Queer Knits


Lacey Jane Roberts political knit installations

Artist and activist Lacey Jane Roberts admits her knitting looks “wonky.” Taught to knit by her grandmother, the young Roberts at first didn’t take well to the task in part because of her lack of coordination. But it wasn’t until she was in a very bad accident that knitting became a passion. That zeal for knit and purl ultimately led into installation art that focuses on feminist and queer action.

For Roberts, knitting is a queer, feminist and political form of creating and it is the crux of her work. “When I first started knitting it was using needles, but now I use a toy knitting machine, like a vintage Barbie Knitting Machine from 1974 and small glittery machines made for children ages eight and up.  I love that I can take a way of making considered amateur and low–especially with the use of the knitting machines, and make huge installations out of them.”

The themes behind Roberts’ work focus on political, queer, feminist action that are conveyed via textiles. “I think the use of textiles has always been affiliated with politics.  I focus on the dynamics of contemporary queer cultural production with queer histories and representations of queer militancy.  I want people to see how histories are embedded in contemporary objects,” she says.

Her most recent work includes The Queer Houses of Brooklyn in the Three Towns of Breukelen, Boswyck and Midwout in the 41st Year of the Stonewall Era. The idea for the piece came about from a drawing a friend had made for an event in Brooklyn called Queer House Field Day that occurs during the summer.  “The map struck me as both wonderfully historical and contemporary at the same time, with all of the current names of the collective houses on the map as well as the old Dutch names for Brooklyn.  It really showcased the creativity that the members of our loose community puts out into the world.”

Not able to get image of the map out of her head, Roberts was inspired to produce a piece of textile art 40 Under 40 Craft Futures, which will be at The Renwick Gallery at the Smithsonian.  “I had to produce a piece fairly quickly and I just kind of dove in knitting and quilting it; working somewhat site-specifically with the gallery space dimensions that I was given.  It was more a spontaneous act of creation with very pointed references to queer culture such as the AIDS Quilt and the histories embedded in knitting along with a lot of glitter.”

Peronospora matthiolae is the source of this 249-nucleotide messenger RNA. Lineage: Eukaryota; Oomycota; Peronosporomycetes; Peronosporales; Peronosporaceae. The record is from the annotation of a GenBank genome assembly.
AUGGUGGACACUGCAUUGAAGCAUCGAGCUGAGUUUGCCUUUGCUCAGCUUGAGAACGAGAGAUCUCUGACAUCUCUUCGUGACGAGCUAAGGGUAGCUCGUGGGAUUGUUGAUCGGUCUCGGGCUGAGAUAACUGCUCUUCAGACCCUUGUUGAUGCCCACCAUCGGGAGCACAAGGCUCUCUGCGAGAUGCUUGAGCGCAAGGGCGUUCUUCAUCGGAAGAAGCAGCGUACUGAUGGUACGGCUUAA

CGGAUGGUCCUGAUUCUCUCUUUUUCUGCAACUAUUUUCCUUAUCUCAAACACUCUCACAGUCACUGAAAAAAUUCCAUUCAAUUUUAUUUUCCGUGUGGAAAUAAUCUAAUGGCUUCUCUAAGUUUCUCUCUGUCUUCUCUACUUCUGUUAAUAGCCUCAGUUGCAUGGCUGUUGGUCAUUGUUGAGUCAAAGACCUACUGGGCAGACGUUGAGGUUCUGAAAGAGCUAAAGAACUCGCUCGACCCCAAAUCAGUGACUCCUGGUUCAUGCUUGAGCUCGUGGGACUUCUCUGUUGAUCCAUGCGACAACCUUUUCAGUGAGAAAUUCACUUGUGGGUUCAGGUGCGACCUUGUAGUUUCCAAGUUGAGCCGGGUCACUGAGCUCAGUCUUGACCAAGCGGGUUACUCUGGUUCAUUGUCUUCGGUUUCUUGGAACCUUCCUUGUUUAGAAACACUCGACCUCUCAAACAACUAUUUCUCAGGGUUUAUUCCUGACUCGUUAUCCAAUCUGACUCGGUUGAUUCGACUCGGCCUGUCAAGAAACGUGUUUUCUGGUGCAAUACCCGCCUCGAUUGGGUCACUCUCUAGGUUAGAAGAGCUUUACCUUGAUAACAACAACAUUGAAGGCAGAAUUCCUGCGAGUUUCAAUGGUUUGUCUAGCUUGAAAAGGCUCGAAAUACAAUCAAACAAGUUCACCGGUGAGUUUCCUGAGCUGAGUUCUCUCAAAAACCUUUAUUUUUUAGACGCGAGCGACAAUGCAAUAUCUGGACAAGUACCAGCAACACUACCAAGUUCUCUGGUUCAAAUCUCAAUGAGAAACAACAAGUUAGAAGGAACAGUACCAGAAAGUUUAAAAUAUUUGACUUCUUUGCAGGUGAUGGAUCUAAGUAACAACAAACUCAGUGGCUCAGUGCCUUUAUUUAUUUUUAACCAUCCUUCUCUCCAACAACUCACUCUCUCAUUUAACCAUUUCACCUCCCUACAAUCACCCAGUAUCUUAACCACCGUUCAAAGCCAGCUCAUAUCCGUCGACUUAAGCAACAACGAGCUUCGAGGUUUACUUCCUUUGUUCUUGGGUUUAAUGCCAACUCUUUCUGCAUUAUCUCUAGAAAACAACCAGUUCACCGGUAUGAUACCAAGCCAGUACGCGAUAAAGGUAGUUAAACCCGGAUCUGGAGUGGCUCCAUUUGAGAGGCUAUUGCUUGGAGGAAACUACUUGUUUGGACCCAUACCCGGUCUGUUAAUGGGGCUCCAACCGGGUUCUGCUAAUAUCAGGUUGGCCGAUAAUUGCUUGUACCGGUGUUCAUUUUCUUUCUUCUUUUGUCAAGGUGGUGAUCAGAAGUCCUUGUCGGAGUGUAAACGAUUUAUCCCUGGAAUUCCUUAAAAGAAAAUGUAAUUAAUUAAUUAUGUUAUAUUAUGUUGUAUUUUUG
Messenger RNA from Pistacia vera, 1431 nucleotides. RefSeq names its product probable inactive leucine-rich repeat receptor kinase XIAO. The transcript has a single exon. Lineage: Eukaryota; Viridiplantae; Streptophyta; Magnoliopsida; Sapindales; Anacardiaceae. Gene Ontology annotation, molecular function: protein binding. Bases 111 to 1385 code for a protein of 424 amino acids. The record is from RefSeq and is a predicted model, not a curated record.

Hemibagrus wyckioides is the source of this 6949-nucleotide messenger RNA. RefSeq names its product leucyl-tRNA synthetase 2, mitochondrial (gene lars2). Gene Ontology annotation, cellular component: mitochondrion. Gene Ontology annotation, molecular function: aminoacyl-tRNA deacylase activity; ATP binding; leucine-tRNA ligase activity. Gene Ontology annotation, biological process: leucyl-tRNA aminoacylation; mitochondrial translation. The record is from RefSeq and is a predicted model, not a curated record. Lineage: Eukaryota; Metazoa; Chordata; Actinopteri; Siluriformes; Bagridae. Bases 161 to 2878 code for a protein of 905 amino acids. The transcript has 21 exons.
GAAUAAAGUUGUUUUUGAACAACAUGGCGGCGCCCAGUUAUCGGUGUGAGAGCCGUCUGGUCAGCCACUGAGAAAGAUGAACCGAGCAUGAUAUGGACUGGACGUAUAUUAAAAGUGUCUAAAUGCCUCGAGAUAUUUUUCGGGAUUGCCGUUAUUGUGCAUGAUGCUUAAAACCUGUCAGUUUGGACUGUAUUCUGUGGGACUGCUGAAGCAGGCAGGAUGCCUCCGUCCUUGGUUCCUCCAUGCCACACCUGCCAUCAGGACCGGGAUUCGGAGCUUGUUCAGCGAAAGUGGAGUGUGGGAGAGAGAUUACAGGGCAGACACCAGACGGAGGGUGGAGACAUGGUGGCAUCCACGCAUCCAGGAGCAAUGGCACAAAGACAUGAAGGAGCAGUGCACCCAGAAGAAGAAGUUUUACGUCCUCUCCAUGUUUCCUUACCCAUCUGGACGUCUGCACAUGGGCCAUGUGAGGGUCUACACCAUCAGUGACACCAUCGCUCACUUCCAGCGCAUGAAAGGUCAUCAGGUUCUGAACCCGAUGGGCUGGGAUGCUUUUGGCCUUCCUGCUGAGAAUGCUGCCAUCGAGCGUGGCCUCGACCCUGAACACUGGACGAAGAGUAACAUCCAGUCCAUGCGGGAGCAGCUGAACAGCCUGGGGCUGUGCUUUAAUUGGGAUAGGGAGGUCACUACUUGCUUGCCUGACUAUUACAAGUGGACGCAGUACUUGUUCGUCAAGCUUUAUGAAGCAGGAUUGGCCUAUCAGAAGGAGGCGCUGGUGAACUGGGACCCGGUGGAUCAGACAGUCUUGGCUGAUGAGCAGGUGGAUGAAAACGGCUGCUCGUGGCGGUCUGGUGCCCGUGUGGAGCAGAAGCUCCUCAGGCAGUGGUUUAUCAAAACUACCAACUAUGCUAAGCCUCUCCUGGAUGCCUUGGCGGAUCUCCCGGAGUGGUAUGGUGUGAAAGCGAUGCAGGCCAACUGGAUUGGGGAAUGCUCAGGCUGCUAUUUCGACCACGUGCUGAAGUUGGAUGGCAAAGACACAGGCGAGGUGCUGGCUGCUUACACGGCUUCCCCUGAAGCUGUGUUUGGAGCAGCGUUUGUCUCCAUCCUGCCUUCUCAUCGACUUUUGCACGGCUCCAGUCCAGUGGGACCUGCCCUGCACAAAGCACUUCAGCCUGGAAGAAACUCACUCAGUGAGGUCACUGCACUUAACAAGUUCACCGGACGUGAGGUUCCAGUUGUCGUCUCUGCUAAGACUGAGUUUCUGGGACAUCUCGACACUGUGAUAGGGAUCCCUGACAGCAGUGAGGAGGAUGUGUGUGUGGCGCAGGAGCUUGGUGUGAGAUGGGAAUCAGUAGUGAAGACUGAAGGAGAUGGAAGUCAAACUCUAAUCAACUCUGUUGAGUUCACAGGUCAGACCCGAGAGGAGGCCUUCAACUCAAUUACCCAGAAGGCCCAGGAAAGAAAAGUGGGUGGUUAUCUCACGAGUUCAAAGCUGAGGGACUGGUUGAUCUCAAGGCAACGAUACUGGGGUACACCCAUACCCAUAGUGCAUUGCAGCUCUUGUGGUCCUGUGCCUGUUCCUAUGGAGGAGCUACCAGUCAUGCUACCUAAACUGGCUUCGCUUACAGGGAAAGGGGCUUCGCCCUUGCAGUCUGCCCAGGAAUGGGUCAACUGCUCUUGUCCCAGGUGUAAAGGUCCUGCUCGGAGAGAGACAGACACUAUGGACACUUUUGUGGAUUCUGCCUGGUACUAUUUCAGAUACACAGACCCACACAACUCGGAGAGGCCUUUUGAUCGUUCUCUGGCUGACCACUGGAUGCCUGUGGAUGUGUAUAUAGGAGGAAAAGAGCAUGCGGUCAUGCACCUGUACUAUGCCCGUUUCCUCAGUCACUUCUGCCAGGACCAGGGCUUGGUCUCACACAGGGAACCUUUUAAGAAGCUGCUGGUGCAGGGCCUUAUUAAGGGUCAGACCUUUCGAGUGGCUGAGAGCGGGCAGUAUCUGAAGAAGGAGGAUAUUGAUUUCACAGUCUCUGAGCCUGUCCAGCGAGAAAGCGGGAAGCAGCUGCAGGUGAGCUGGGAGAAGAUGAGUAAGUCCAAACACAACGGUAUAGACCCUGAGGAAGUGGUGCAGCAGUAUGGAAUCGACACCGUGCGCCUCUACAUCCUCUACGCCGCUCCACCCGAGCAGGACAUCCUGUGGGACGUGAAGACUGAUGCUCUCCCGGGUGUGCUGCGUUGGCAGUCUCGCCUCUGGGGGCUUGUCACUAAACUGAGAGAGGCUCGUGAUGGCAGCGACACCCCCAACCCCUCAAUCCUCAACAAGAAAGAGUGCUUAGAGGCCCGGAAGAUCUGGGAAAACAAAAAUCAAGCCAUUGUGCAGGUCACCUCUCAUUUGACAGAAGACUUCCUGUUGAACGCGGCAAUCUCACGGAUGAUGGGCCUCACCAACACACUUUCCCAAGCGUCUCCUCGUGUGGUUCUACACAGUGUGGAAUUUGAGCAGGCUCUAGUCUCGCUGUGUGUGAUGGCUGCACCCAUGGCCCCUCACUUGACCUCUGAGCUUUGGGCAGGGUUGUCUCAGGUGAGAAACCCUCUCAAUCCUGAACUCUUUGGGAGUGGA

Working with friend and illustrator Buzz Slutzky, Roberts incorporated illustrations that are drawn one-inch buttons, which are replenished often and given away free to the public.  “That element came at the end of the piece’s creation but I really feel like it ties the piece together and is a nod to artists like Felix Gonzalez-Torres who gave away objects in their work as an powerful and of generosity and remembrance.”

Inspiration and influences come from a number of sources that she says are radically DIY and takes on many creative privileges. Mark Bradford’s painting from his show in Boston played an influential part in her last work. She lists a number of artists like Louise Bourgeois, Harmony Hammond, Tracey Emin, El Anatsui, Nick Cave, and Josh Faught. But it’s political art like by Gran Fury or Dyke Action Machine that factor largely into her work. “When I was at the University of Vermont I lived with a bunch of activists who where very involved with the group EARTH FIRST! I leaned a lot of direct action maneuvers from them, and that has played a huge part in my work.  I’ve had a lot of great mentors over the years as well, which has been very lucky, they have provided me with invaluable guidance. I also get a lot of inspiration by just being in space–I like to work site-specifically, so if there is a space in mind, knowing the ins and outs of the architecture is helpful.”

And now that she’s in Brooklyn after her stint in Virginia, Roberts is currently without a studio, making it difficult to make some of her bigger projects that are continuations of the map work in knitted and quilted forms. But she keeps busy and is working on a set of embroidered portraits of people of friends or people in her community. “I feel very lucky to have the people in my life that I do so it’s nice to have stitched mementos. They take forever to do, but eventually I’d like to make a larger installation out of them.”

For more information about Lacey Jane Roberts, please visit www.laceyjaneroberts.com.